Howard: Portrait of lyricist from Disney’s new Golden Age
Review: Film suitable for young fans despite difficult ending to Ashman’s life
Film Title: Howard
Director: Don Hahn
Starring: Howard Ashman, Sarah Gillespie, Alan Menken, Jodie Benson, Paige O’Hara, Bill Lauch, Jeffrey Katzenberg
Running Time: 94 min
Beauty and the Beast, the much-loved 1991 Disney animation, closes with a dedication: “To our friend Howard, who gave a mermaid her voice and a beast his soul, we will be forever grateful.” Howard, a new documentary portrait of the Oscar-winning lyricist, presents Ashman as the crucial catalyst for change at the House of Mouse.
In archive audio footage, company scion Roy Disney can’t help but compare Ashman to Walt Disney. Roy wasn’t far wrong. As this engaging new documentary demonstrates, it was Ashman who saw animator Rob Minkoff’s one non-skinny sketch of Ursula the Sea Witch – inspired by John Waters muse Divine – and said “that one”. It was Ashman who fought to keep Part of Your World in The Little Mermaid when studio boss Jeffrey Katzenberg wanted to cut it. And it was Ashman who wrote the initial treatment for Aladdin, replete with a camp, ostentatious genie.
Born in Baltimore in 1950, Howard Ashman showed an aptitude for entertaining from a young age, improvising action scenes for his younger sister Sarah with toy cowboys, Indians, and nutcrackers. He graduated from college alongside his first domestic and creative partner, Stuart White, and founded the Off-Broadway WPA theatre, where he made a splash with a musical adaptation of Kurt Vonnegut’s God Bless You, Mr. Rosewater.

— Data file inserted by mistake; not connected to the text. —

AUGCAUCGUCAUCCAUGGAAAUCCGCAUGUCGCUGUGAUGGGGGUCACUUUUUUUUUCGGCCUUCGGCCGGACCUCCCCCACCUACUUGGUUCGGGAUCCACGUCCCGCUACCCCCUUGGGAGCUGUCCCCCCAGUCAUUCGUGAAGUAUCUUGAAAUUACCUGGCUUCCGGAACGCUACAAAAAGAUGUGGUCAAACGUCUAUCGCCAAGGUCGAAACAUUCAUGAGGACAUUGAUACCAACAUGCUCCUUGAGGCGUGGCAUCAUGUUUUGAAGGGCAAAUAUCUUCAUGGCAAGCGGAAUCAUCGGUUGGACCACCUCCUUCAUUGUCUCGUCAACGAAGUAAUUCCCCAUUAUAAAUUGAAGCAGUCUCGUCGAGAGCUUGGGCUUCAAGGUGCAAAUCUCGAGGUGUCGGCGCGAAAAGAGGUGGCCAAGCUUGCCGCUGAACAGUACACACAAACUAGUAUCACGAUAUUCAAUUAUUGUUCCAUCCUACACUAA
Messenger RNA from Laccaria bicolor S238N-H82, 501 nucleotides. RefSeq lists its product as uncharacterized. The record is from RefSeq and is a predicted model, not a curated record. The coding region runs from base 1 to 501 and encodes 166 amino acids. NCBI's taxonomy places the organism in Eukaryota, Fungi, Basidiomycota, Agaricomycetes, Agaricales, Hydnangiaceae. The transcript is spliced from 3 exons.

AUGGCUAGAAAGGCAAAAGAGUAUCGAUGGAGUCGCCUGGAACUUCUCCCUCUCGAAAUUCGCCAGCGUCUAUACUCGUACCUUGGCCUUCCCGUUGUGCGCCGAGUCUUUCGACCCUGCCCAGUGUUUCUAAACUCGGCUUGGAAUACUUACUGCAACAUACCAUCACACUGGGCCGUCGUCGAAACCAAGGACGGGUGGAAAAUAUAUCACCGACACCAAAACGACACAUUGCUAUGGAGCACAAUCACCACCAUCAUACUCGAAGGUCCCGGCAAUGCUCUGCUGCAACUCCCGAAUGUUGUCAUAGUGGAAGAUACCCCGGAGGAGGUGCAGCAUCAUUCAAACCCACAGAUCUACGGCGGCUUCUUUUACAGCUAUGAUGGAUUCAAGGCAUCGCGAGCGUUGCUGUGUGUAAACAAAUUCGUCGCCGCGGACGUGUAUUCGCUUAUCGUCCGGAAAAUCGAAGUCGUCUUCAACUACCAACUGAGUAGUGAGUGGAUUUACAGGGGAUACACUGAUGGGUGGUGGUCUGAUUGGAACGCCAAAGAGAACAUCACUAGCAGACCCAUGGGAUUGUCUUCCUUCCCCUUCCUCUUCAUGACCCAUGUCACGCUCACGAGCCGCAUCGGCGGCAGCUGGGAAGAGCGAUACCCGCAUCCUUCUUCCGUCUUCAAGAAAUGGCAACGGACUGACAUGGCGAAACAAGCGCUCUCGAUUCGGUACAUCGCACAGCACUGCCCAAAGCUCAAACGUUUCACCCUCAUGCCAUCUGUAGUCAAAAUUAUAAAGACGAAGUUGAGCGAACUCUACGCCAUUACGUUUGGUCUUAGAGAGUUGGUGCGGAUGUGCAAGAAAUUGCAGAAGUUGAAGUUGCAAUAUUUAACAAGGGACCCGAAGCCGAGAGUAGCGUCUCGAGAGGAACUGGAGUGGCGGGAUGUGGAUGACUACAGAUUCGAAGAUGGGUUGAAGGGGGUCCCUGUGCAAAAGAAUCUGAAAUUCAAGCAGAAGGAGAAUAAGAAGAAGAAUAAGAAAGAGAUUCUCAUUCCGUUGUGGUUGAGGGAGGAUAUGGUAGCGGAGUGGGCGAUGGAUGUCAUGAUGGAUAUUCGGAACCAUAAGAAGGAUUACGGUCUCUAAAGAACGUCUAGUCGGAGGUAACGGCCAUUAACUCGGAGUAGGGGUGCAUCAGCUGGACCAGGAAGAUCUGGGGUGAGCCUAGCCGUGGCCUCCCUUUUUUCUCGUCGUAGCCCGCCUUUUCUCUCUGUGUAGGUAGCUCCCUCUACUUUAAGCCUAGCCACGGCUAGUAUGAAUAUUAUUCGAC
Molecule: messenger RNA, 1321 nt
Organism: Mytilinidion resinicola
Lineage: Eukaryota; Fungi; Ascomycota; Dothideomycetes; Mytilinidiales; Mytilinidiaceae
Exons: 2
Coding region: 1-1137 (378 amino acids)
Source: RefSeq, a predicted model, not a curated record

Ashman teamed up with his future Disney songwriting partner, Alan Menken, to adapt Roger Corman’s Little Shop of Horrors for the stage. That was a smash hit; his follow-up Smile, co-written with A Chorus Line composer Marvin Hamlisch, was not. So when Disney boss Katzenberg called, Ashman went to LA and became a key figure in Disney’s new Golden Age.
Howard director Don Hahn, a lifelong Disney associate who produced Beauty and the Beast and directed Waking Sleeping Beauty (a documentary chronicle of Disney Animation’s post-Little Mermaid resurgence), performs a delicate balancing act as he puts audio interviews over old photos, archive footage, and occasional animations.
Inevitably, the film is forced to confront Ashman’s death from Aids in 1991 and the fact that he felt obliged to hide his worsening illness from his employers lest he lose his health insurance. That Hahn does this in a film that remains on good terms with Disney and suitable viewing for even the youngest Disney+ fans is impressive.
Out August 7th